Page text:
If you live in the area, then register here: (or email: else contact your neighborhood watch and help stop crime - it's time we all stood up against these *&@#-ing criminals!
Don't just say "it's fine, there are other people in the area doing their "watch" thing"! Get off your arse and do something!
If you can't patrol, then contribute financially and help cover the costs.

Come to think of it, the BKM watch web site is also a great example of using technology to fight crime.

They also use Google Earth as a tool to monitor incidents of crime and plot crime vs location to assist in crime fighting.
Criminals beware! The residents have awoken! Crime does not pay any more.

Oh, by the way, have you registered your valuables on Tagga yet - the R10,000 is still up for grabs! Don't be sorry later, do it now!

Thursday, 17 April 2008

Zimbabwe inflation hits 165,000%, so how much will something cost in a week, month, year?

CapeTalk and BBC reported this am that Zimbabwe's inflation has hit 165,000%, and I was wondering what this would mean if I was suddenly put into a financial environment suffering with that kind of burden! Taking a loaf of bread as an example, say it cost R7.00 then what would it cost next year, next month, next week, next quarter, tomorrow? {Assuming a linear inflation rate increase!}
I have created an inflation calculator to see the figures on paper! And yes, it's very, very, very scary!

Now Tomorrow Next week Next month Next quarter Next year
7 39 221 970 3,857 11,557

Click here: for my Inflation Calculator and see how other prices will increase...

See here for another view on inflation calculations:
Zimbabaloola in Zimbabwe

I don't think the new ZW$10 million will help nor last long! {see BBC for a photo of a handful of ZW$s}

Wednesday, 16 April 2008

TicketConnection files for liquidation.... and its web site is now empty/non-functional to prove it too!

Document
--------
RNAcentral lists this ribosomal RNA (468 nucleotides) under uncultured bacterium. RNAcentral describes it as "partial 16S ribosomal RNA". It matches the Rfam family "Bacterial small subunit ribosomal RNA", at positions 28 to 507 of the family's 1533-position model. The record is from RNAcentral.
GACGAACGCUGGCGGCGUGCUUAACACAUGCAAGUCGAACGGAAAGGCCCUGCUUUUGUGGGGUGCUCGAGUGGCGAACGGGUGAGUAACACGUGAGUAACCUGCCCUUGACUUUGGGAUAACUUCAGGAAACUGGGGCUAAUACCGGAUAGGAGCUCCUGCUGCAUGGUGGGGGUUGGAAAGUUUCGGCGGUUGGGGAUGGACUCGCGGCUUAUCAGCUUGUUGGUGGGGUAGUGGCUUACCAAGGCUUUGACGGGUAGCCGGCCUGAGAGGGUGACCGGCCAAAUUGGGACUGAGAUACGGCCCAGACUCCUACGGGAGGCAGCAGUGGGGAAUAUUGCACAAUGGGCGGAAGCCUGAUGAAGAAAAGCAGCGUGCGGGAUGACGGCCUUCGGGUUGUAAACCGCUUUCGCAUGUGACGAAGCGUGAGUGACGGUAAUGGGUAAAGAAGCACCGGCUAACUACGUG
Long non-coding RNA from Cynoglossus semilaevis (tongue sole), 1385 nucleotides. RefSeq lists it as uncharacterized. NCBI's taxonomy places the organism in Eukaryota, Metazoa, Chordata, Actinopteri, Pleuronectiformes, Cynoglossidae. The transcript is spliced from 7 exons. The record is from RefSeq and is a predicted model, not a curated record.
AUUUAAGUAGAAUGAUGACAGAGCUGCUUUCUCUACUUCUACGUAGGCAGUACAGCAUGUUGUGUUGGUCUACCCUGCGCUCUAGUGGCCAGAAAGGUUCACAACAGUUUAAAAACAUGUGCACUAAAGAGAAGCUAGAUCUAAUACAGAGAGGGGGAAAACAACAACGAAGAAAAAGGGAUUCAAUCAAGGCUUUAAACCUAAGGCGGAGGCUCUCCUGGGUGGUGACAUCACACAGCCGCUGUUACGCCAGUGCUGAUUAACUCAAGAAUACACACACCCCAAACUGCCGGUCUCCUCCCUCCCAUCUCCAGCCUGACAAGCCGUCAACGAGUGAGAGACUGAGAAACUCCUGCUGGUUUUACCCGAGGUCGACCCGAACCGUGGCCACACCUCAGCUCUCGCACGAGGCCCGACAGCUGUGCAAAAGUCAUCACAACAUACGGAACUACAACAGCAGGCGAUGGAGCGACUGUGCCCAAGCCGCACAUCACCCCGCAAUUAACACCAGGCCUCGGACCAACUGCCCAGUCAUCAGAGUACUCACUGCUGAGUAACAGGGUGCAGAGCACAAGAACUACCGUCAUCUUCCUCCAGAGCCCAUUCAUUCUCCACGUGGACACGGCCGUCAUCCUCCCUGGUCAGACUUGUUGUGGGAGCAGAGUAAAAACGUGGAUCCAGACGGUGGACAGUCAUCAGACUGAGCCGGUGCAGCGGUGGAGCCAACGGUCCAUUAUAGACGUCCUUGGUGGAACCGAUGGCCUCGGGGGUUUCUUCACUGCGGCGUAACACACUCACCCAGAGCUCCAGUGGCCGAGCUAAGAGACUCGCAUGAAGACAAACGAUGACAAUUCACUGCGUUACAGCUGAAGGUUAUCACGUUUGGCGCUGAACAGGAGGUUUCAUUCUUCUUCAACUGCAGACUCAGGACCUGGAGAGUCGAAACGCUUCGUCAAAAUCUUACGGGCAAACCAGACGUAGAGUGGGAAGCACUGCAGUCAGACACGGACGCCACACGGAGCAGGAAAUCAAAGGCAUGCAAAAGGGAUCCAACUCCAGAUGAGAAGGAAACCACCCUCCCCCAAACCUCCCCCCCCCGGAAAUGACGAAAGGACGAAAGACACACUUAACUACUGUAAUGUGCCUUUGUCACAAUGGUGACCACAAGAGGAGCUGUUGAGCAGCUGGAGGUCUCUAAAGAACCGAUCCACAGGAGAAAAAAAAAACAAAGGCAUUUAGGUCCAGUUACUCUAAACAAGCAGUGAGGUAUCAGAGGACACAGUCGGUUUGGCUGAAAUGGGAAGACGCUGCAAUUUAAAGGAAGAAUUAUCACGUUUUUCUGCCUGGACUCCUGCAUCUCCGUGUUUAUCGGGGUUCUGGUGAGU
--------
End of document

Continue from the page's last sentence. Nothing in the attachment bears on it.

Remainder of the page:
I thought I was dreaming when I heard that another company has decided that it can't pay its bills so it's filing for liquidation! reports that "TicketConnection, the ticketing agent for the failed Celine Dion and cancelled Josh Groban concerts in South Africa, has voluntarily applied for liquidation..... concert promoter Duncan Heafield of Kusasa-Commodities Entertainment had refused to reimburse the public for the events.... "All customers who purchased web, call centre and group-booking tickets for the Josh Groban event should contact the promoter to be refunded directly.... TicketConnection was not in a position to refund Groban fans because they had not received the cash paid for tickets."
{See my blog on the technology (not) used at the Celine concert}

What bugs me, is that another company can glibly file for liquidation and ignore their debt - management can go and start up another company in the same line of business! IT (hardware) companies are "famous" for this (perhaps to get away from their warranty "load"?!).
What happens to the employees - they lose their jobs on the spot - no retrenchment packages even!
What happens to the owners - they still drive around in their fancy vehicles, live in their mansions, and start up another similar company next door!

I hear too that the concert promoter (Duncan Heafield)
has been arrested in Durban and will be taken to Sandton to face charges (good news!).
See here for more: 94.7 Highveld Stereo
Concert promoter back in Gauteng today 16/04/2008 07:55:42
Concert promoter Duncan Heafield is expected back in Gauteng today after spending the past two nights at Durban central police station.
Heafield was arrested on Monday afternoon on fraud charges relating to the Celine Dion concert which took place in February.
It's understood police are investigating more claims against Heafield that have surfaced since his arrest.